I got an email asking why I decided to use Terry Crowley's Introduction to Historical Linguistics instead of Larry Trask's Historical Linguistics, so I thought I'd answer it here. When I had the choice, I went for Crowley's book. I have a strong interest in Austronesian languages, and at the time of first studying the subject I was very interested in New Guinea and Australia as well, so Crowley's was the natural choice. Trask, an expert on Basque, drew primarily on Indo-European and Basque examples, which are certainly interesting but not exactly what I was looking for. Having read Trask's as well - an excellent book, and actually somewhat more readable than Crowley's - I still think Crowley's is the better option for the beginner. There are a couple examples of editorial choices that put Crowley's above Trask's, if only slightly. For instance, if I remember correctly, Trask puts such things as final devoicing in his section on fortition, instead of in the section on assimilation/dissimilation. Final devoicing certainly is an example of fortition, but it's best thought of as an assimilatory change (assimilating the voicelessness of the silence following the word). At least, assimilation is the best explanation for why it occurs, rather than the more mysterious fortition.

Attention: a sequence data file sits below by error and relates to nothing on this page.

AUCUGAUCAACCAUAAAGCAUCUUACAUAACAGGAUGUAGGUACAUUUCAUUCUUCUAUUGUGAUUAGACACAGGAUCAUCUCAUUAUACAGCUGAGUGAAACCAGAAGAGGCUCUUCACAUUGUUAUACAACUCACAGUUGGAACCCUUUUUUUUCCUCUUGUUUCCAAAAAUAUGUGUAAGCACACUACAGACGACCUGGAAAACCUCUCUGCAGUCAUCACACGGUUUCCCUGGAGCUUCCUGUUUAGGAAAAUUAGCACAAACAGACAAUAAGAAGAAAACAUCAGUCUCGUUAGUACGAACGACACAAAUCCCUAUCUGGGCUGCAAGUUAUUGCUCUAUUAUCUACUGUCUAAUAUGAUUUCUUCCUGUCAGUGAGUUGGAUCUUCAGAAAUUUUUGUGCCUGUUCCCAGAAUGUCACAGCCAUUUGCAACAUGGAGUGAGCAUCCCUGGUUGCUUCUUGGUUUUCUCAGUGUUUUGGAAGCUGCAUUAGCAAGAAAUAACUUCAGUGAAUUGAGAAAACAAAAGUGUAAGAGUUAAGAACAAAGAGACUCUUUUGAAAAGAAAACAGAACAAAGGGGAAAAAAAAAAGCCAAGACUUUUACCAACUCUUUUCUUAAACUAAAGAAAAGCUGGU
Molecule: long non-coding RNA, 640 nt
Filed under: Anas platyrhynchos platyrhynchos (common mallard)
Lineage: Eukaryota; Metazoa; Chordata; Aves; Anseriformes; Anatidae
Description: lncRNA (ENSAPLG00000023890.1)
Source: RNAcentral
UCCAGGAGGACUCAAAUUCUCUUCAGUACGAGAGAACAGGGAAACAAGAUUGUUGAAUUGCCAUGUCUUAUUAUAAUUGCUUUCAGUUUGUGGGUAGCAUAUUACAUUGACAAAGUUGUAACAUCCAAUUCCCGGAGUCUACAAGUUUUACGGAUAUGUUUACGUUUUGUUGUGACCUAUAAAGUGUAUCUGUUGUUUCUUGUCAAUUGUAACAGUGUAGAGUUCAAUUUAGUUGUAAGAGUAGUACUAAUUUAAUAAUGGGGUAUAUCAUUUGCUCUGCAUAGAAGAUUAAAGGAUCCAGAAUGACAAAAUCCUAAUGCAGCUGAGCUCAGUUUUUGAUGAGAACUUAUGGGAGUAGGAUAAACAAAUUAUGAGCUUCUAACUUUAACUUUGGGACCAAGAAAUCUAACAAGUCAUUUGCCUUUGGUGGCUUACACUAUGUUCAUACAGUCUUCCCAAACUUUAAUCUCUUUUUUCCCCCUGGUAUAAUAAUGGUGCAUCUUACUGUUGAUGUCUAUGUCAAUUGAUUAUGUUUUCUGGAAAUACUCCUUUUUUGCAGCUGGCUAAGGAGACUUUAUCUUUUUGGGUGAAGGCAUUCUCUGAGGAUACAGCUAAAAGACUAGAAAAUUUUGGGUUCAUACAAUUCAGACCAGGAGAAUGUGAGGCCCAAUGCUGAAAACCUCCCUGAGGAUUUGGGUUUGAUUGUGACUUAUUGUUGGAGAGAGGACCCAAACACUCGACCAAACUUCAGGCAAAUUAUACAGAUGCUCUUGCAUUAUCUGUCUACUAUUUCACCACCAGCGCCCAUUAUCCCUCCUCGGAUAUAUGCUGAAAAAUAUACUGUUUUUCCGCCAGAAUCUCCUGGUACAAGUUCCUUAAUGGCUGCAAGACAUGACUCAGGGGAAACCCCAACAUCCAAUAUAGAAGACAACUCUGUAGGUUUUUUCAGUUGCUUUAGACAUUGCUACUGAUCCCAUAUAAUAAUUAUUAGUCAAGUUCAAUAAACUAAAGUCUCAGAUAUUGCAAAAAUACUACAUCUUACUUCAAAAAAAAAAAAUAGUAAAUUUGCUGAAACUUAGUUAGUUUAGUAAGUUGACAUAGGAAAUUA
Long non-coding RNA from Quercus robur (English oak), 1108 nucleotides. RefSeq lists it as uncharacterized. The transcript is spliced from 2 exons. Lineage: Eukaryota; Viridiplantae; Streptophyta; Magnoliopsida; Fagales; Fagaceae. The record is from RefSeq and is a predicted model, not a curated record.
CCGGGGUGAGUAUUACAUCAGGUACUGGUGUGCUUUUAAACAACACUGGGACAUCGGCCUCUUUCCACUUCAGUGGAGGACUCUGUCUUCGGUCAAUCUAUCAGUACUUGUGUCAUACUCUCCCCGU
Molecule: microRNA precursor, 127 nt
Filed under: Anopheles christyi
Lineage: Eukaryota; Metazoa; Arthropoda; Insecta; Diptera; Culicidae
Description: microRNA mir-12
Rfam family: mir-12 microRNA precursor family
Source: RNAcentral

So that's the answer. Crowley focuses on languages from the Pacific, which come from several language families and are (in many cases) morphologically simpler, making linguistic rules easier to understand. Trask, meanwhile, went a more classical route, which was less optimal for my needs. In addition, Crowley's lay-out, while less readable/humourous, is marginally easier to understand for the beginner. They're both excellent books, though, as is Lyle Campbell's, so take your pick based on your own criteria. If your interest is in Eneolithic Eurasia, or learning Grassmann's Law, Grimm's Law, etc, in quite a classical environment, then Trask's is the book for you.